When you work in the lead generation business as we do, and your stock-and-trade is proving the return on investment you provide your client(s), one of the key questions that we ask all of our clients is “How much is a new patient worth to you?” It is the output to our input (which of course is the cost of a marketing program), the ying to our yang, and we cannot calculate an ROI without it. While every patient is certainly unique, and no two may follow the exact same path, it is rather important to get a sense of the value of an ‘average patient’ when assessing your marketing ROI.
Over the years, the responses we’ve received to this question have made we wonder whether all our clients have a full understanding of how much value a new patient brings into their practice. One of the reasons I say this is because those clients that seem to answer this question more confidently and precisely tend to state values that are 2-3X higher than that of their comparable colleagues. When asked, these are some of the items they cite as considerations:
- Appointment revenue – If reimbursed separately, appointments alone often net $150-$300 of revenue.
- (Targeted) Procedure revenue – When devising your marketing plan, you should target those procedures that are more profitable to maximize your new patient value. If you are an orthopedic surgeon, you may want to look at the value of knee, hip, hand/wrist, shoulder, back/spine, elbow/arm, and neck patients separately to determine which to target. Generally you want to target a patient type or procedure where the expected reimbursement is $2000 or more (we typically target procedure/patient types in the $2K - $200K range).
- Ancillary revenue – Don’t forget any revenue you may get from smaller procedures (e.g., injections, biopsies, endoscopies), diagnostic tests (e.g., radiology scans, blood tests, EKG/EEGs) or products (e.g., compression stockings, braces, splints, medications). Every little bit helps.
- Recurring revenue – Look at your new patients over a longer time horizon (multiple years). Many, once they know the practice, will end up coming in later years for additional visits, procedures, etc.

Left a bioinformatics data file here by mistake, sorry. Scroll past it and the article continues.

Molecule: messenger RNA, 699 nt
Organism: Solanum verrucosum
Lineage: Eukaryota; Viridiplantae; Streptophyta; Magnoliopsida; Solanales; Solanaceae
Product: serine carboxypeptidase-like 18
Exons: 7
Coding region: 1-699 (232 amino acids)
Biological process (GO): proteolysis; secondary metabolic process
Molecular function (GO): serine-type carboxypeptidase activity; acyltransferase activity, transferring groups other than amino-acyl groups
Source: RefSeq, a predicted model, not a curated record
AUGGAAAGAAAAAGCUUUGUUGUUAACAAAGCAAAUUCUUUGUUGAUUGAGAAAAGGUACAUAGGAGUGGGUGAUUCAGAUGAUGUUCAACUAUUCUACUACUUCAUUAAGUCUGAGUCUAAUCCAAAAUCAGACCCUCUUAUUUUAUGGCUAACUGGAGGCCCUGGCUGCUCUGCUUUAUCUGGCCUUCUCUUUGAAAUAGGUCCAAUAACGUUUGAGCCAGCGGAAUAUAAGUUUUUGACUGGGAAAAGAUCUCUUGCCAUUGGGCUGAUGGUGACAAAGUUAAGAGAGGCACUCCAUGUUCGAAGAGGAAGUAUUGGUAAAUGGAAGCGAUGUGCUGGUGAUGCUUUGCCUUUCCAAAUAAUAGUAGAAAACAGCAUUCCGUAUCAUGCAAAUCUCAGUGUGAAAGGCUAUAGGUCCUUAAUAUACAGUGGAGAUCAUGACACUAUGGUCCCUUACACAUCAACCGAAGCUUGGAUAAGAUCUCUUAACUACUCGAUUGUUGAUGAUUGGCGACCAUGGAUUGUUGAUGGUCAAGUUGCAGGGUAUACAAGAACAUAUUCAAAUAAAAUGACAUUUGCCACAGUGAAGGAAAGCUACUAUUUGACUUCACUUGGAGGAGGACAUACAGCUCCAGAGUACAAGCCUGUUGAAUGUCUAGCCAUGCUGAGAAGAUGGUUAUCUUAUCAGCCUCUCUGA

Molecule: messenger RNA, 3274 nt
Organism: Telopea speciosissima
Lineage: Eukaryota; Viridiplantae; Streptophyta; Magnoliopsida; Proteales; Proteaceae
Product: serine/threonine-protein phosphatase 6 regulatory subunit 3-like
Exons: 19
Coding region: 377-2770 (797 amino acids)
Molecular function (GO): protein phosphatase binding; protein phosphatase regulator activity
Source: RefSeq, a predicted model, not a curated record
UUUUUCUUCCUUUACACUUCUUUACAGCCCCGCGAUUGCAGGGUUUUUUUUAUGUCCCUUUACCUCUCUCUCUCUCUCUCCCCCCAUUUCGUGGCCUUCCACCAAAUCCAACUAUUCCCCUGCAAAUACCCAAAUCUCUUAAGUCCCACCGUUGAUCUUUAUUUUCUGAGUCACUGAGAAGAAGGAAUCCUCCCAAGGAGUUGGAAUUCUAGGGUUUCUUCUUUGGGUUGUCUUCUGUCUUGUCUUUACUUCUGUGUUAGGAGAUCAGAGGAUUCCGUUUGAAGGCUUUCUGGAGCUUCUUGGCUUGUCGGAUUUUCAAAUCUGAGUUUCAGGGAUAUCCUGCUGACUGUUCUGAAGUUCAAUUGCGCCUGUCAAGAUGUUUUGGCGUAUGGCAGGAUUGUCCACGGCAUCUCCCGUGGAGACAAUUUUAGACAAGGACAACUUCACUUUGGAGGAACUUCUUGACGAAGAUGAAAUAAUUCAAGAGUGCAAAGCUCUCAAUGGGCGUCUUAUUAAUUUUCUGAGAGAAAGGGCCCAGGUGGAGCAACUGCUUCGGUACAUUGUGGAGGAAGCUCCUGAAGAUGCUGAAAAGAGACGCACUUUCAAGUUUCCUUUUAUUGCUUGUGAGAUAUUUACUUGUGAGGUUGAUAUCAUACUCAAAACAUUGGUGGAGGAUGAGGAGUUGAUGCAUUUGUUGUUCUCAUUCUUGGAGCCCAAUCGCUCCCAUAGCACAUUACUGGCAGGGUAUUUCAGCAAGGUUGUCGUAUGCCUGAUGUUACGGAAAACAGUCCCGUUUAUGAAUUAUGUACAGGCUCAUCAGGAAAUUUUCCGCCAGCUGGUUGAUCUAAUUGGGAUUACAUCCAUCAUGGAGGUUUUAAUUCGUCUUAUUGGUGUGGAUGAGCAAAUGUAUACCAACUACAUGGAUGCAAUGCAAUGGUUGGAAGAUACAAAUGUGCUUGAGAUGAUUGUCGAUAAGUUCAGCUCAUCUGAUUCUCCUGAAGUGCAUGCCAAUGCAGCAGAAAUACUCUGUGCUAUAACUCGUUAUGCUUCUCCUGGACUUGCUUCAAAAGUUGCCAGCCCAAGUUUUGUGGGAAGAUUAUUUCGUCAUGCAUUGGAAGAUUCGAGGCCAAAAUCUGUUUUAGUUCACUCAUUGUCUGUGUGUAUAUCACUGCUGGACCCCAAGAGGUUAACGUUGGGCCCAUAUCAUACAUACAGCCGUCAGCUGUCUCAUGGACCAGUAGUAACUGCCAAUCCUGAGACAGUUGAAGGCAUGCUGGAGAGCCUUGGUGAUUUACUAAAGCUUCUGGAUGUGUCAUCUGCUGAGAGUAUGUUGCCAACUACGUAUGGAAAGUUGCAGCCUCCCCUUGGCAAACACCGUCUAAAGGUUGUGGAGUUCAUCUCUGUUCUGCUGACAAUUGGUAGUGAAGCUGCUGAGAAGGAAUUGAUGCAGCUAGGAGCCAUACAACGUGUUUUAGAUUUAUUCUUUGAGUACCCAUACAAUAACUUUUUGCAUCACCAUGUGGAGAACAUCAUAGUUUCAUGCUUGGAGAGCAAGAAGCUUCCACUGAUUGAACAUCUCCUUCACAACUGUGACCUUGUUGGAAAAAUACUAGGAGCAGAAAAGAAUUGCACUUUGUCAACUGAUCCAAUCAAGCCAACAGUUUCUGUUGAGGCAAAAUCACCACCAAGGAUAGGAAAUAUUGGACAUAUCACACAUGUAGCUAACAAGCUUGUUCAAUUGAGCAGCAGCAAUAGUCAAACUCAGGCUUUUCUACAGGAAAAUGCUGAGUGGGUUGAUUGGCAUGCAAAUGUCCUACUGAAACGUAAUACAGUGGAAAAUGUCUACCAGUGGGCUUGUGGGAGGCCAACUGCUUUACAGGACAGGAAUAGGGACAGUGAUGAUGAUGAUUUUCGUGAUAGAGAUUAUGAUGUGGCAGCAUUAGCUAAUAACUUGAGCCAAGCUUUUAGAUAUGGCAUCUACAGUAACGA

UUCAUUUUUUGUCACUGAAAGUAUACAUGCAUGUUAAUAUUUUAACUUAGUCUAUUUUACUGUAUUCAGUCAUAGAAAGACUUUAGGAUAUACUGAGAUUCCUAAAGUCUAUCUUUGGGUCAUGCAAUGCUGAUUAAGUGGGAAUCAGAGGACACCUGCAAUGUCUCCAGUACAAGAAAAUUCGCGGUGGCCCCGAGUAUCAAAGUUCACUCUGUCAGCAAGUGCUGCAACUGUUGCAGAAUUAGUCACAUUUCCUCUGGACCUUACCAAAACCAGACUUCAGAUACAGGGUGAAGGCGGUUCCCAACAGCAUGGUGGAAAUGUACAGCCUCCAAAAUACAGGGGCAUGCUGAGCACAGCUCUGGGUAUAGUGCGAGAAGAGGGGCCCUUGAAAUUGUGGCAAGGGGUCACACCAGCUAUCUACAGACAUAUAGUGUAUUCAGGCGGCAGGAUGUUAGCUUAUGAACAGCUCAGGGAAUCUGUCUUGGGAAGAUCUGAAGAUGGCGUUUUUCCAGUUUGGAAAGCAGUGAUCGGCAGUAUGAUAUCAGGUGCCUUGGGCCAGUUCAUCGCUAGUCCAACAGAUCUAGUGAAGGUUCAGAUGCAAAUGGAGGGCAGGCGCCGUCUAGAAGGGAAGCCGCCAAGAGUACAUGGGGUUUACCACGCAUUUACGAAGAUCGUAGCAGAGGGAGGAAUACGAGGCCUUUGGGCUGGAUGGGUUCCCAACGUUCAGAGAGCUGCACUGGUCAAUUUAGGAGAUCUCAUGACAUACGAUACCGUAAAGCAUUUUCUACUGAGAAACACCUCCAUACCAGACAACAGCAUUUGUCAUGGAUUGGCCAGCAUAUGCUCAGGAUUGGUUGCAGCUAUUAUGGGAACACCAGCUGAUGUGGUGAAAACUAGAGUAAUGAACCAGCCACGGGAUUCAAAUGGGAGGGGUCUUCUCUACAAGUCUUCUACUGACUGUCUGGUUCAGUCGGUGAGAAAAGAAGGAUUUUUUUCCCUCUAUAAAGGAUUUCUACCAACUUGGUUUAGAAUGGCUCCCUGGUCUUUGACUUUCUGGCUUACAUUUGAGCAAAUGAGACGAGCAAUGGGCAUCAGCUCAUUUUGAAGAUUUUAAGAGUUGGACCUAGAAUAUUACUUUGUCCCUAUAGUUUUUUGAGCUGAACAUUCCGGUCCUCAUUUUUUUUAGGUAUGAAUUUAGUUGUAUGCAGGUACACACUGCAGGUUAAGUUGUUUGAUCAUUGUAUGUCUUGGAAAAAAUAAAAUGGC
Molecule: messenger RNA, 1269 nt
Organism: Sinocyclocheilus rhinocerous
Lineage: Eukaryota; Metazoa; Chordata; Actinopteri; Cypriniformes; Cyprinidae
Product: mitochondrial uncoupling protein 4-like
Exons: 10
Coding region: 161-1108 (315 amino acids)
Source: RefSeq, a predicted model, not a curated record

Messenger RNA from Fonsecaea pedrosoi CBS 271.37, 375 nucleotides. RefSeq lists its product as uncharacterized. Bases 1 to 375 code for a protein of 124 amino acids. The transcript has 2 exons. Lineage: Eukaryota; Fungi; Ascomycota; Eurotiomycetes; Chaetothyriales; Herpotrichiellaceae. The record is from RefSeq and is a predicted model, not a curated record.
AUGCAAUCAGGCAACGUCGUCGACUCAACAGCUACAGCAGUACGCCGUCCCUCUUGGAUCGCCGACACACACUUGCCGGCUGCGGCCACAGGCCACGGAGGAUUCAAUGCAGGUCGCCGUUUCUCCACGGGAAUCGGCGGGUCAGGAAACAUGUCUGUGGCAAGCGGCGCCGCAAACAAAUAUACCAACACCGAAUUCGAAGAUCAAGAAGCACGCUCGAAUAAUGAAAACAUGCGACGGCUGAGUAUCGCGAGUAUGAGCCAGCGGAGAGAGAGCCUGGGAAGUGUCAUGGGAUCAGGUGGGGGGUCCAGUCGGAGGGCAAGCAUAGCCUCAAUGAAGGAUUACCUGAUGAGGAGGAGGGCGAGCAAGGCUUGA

- Referred patient ‘goodwill’ – If you end up having to refer the new patient to another doctor/specialist, although you won’t directly benefit, the goodwill you create by doing this may come back to you as additional downstream referrals.
- Referred patients (Word of Mouth advertising) – This is often the largest component of missed new patient value. A new patient who comes in to your practice and has a good experience, will often refer your practice on to other friends, family, and colleagues (who may come, also have a good experience and further refer to their friends, family and colleagues, and so on and so on). When considered fully, this impact often has a multiplicative effect on new patient revenue.
- Investment from other stakeholders - Sometimes other parties benefit (financially) from your new patients. The classic example here is a surgeon who always performs a given procedure at a certain hospital or surgicenter. While the surgeon collects the surgeon’s’ fee, the hospital/ASC collects the facility fee (which is often 2-3X+ that of the surgeon’s fee). MDs can often get the facility to cover part (or all!) of the marketing investment (especially when they can show that it is actually working). Obviously Stark laws need to be fully considered in this scenario (please consult your lawyer).
Mining the data within your billing systems will likely give you the answers to many (but not all!) of the above financial considerations. Even if you don’t have access to such detailed data in your systems, it is important to consider the various ways a new patient can positively impact your bottom line!